Friday, June 08, 2007

Declining Membership in Genealogical Societies Revisited

I finally got around to reading the July issue of Family Tree Magazine, the one with the article where I'm quoted on the subject of declining membership in genealogical societies. Randy, Denise and Maven have already written very nice posts referencing it. Diane Haddad did a nice job with the article. She got my quotes right (that's always nice ;-) and didn't twist my meaning (that's always appreciated). After reading the article a time or two I tried to think of something new and insightful to add on the subject but nothing comes to mind.

At the end of the article Diane mentions that the topic is open for discussion on the Family Tree Magazine forum so I went to the site to check it out. Virtually every person who commented attributed the decline in memberships in gen. societies to the internet (and the plethora of information available on the web). I couldn't disagree with that. It's my thinking too.

George Morgan wrote an article this week (and Randy wrote a response) on how he spearheaded a major change in the Florida Genealogical Society, Inc. by analyzing the costs of traditionally publishing the society's publications, looking at alternatives, and finally choosing to move in the direction of electronic publishing. Yeah, George. Yeah, FGS. I'm glad to hear that some genealogical societies are changing with the times. Electronic publishing is one of the things I advocated last August when I wrote my series on the declining membership in genealogical societies so it's not a new idea to me. My thoughts run along lines of "It's about time, what's everybody else (other genealogical societies) waiting for?"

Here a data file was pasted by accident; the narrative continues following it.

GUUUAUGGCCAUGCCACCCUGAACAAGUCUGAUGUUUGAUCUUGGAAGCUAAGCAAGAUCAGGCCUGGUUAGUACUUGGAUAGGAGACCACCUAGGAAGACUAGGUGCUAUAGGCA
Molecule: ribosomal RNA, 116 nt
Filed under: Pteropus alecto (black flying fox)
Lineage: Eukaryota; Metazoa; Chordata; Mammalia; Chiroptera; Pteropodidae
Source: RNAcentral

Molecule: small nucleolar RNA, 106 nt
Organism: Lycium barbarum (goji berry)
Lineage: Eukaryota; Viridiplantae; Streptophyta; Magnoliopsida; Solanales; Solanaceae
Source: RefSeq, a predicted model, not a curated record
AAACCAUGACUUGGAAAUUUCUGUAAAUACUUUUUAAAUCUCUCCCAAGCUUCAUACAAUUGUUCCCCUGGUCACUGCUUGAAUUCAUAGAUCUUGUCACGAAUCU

Dick Eastman wrote article this week explaining wikis, blogs, etc. It's not his first and probably won't be his last article on internet technology. God bless Dick. He just keeps delivering the message that this Web 2.0 stuff isn't new anymore and it isn't complicated either. Good for him. I'm glad he's doing it. He's got a large audience so maybe it will make an impact.

When I was the webmaster and on the board of directors of my local genealogical society 6 years ago I tried to find support for making the society more internet based but there wasn't much support to be had. Not enough to keep me on as webmaster and as a member of the board of directors. I believed strongly enough that the direction of the society needed to be internet focused (and including electronic publishing) that I was willing to resign from the board, resign as webmaster, and eventually dropout as a member of the society when it became evident that they were unwilling to make changes in the direction of progress. This didn't happen on impulse but rather over a period of years. I came to realize that we were not of like minds and never would be in regards to technology and change.

I was recently contacted and asked to quote on a web site re-do for a national genealogical society. I was happy to oblige and quoted them for a re-do using current Web 2.0 technologies. Their response was along the lines of, "We need to find out more to understand what this would do for us." It was a good response because there's a lot of money on the line (I may be a cheap drunk but I'm not a cheap web designer ;-) . But I'm finding it hard to get myself to make a pitch for the idea. It's like... I've been there, I've fought that battle, and I don't have the energy (or the passion) to fight that battle again. Maybe I'm just burned out. Maybe it wouldn't be much of a battle at all. Maybe I could make a nice presentation and they'd all jump on board. One can always hope.

So now it's been almost a year since I wrote my series of articles on the declining membership in genealogical societies, and what have I got to add? Not much. I applaud those who are still fighting the fight for change and those who are bravely moving ahead even when they're not sure what they're doing. Change is usually uncomfortable. It's also necessary.

For myself, I'm more interested in blogging these days than I am in being a catalyst for change in genealogical societies. I'm pleased to have been interviewed and quoted on the topic for a national magazine. Nuff said.

My previous posts on the topic of declining membership in genealogical societies: